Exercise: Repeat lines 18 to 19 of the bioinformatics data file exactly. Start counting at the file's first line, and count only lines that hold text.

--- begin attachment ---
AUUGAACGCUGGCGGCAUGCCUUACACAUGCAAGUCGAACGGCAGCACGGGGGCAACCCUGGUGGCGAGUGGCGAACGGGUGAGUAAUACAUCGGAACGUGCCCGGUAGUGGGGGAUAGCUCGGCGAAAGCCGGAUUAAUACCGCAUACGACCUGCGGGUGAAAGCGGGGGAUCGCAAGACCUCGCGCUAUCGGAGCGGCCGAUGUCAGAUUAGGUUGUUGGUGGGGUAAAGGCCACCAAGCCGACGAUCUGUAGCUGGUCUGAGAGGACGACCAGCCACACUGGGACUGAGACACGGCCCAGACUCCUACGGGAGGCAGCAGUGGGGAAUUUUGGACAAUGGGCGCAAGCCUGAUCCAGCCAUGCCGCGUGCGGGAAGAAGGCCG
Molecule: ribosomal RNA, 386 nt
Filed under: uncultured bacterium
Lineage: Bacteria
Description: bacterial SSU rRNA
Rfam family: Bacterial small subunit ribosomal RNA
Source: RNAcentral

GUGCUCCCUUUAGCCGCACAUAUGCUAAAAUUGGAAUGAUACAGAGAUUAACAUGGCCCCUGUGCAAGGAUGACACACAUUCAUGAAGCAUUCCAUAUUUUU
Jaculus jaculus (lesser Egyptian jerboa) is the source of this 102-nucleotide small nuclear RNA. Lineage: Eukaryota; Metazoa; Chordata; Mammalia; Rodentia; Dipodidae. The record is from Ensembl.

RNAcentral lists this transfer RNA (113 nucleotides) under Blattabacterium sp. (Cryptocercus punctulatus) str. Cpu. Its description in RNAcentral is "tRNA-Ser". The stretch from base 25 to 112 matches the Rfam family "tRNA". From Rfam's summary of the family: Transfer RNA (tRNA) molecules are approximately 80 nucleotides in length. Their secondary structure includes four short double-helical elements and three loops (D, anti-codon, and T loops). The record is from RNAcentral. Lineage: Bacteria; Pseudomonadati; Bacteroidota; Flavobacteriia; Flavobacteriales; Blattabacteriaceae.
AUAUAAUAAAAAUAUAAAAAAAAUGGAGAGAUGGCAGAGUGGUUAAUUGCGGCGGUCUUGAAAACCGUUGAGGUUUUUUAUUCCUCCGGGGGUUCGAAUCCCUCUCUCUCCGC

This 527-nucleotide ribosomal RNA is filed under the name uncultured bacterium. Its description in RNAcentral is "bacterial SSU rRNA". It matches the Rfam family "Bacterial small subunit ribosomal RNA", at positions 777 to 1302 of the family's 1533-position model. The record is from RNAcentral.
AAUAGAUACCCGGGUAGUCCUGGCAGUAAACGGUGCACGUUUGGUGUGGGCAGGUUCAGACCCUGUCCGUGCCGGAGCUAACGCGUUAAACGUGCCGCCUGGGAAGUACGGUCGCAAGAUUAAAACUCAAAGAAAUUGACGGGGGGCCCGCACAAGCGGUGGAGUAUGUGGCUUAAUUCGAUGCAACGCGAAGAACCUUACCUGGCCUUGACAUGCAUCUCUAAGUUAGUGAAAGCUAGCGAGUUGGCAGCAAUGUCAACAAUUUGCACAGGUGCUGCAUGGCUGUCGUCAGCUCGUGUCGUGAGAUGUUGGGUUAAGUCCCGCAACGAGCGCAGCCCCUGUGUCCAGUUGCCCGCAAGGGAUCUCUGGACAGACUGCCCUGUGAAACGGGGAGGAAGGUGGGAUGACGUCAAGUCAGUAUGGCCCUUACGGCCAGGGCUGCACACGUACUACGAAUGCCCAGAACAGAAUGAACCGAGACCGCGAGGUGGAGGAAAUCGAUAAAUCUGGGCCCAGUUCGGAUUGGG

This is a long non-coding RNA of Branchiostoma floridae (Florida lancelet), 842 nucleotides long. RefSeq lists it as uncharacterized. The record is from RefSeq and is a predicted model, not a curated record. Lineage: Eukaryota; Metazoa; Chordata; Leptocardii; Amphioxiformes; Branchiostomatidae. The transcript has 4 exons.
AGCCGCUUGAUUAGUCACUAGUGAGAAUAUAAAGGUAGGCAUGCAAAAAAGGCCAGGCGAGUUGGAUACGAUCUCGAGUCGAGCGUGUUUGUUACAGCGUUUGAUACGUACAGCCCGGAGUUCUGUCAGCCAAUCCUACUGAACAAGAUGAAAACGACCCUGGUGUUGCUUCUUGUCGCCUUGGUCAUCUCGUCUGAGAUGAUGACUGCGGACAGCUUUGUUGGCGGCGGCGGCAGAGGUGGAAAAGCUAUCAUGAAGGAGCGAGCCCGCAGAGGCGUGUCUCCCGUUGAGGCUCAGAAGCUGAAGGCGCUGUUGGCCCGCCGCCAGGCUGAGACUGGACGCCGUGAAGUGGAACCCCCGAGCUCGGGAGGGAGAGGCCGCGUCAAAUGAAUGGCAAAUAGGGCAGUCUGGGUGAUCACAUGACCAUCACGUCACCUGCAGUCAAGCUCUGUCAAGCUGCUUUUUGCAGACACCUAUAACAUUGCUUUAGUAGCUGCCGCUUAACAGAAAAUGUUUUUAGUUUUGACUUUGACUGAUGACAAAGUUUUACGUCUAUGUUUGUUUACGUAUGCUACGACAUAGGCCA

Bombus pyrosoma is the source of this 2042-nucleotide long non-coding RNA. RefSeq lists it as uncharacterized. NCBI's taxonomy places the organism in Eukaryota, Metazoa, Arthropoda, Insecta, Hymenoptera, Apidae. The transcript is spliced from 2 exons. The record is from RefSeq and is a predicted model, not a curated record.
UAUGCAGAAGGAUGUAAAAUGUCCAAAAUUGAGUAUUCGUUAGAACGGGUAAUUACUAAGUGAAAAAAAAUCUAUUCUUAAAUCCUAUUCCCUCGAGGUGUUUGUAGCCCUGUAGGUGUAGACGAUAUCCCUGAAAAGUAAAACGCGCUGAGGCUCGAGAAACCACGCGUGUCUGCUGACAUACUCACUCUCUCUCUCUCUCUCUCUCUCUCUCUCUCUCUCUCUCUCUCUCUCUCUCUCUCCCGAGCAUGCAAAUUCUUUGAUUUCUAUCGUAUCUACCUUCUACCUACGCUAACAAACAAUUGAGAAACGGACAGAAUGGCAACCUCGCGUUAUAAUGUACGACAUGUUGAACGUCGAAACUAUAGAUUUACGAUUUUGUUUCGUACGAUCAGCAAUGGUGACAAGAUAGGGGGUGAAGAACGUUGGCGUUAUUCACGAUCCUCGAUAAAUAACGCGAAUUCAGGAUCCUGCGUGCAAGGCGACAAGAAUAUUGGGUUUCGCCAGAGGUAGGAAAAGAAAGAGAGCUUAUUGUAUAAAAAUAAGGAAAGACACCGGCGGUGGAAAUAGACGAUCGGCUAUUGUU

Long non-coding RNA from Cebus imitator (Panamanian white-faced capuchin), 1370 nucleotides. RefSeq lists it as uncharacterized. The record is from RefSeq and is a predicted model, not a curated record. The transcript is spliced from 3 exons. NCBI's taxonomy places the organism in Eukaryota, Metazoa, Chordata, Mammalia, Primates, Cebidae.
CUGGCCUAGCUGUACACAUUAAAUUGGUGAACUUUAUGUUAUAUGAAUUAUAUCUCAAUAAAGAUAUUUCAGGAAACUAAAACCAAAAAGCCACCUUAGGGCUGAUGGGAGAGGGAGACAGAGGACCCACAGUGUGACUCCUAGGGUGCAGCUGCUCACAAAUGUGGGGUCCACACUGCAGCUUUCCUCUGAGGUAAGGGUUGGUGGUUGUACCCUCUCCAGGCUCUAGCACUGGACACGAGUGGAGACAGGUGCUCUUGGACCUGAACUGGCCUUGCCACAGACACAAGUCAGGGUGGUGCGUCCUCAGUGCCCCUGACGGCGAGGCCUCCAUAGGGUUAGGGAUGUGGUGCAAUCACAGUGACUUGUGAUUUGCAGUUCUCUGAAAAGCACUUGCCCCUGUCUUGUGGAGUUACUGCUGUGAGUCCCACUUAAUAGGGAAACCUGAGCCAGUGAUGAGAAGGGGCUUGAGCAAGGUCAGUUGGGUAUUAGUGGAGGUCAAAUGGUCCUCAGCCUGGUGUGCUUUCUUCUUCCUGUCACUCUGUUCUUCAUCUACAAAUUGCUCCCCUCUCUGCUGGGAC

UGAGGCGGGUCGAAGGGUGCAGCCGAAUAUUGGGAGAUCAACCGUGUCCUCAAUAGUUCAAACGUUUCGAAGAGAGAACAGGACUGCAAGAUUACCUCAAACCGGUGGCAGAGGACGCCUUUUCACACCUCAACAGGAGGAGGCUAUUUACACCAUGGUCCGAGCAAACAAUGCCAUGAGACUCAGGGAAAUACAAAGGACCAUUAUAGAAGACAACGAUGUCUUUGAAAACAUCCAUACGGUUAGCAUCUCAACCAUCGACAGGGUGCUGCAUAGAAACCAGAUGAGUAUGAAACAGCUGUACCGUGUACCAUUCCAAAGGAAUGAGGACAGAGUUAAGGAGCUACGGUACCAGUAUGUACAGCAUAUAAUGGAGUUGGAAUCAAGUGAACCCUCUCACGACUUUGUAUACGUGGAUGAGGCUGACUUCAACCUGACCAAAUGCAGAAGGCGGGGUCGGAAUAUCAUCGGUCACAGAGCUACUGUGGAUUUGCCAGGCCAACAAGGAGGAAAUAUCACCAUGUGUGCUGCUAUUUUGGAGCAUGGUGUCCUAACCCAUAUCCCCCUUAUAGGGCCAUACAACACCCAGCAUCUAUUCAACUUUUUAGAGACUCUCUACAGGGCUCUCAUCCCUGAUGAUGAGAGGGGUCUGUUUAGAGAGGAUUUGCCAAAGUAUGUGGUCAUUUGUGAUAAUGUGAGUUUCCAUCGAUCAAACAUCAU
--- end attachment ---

Long non-coding RNA from Cebus imitator (Panamanian white-faced capuchin), 1370 nucleotides. RefSeq lists it as uncharacterized. The record is from RefSeq and is a predicted model, not a curated record. The transcript is spliced from 3 exons. NCBI's taxonomy places the organism in Eukaryota, Metazoa, Chordata, Mammalia, Primates, Cebidae.
CUGGCCUAGCUGUACACAUUAAAUUGGUGAACUUUAUGUUAUAUGAAUUAUAUCUCAAUAAAGAUAUUUCAGGAAACUAAAACCAAAAAGCCACCUUAGGGCUGAUGGGAGAGGGAGACAGAGGACCCACAGUGUGACUCCUAGGGUGCAGCUGCUCACAAAUGUGGGGUCCACACUGCAGCUUUCCUCUGAGGUAAGGGUUGGUGGUUGUACCCUCUCCAGGCUCUAGCACUGGACACGAGUGGAGACAGGUGCUCUUGGACCUGAACUGGCCUUGCCACAGACACAAGUCAGGGUGGUGCGUCCUCAGUGCCCCUGACGGCGAGGCCUCCAUAGGGUUAGGGAUGUGGUGCAAUCACAGUGACUUGUGAUUUGCAGUUCUCUGAAAAGCACUUGCCCCUGUCUUGUGGAGUUACUGCUGUGAGUCCCACUUAAUAGGGAAACCUGAGCCAGUGAUGAGAAGGGGCUUGAGCAAGGUCAGUUGGGUAUUAGUGGAGGUCAAAUGGUCCUCAGCCUGGUGUGCUUUCUUCUUCCUGUCACUCUGUUCUUCAUCUACAAAUUGCUCCCCUCUCUGCUGGGAC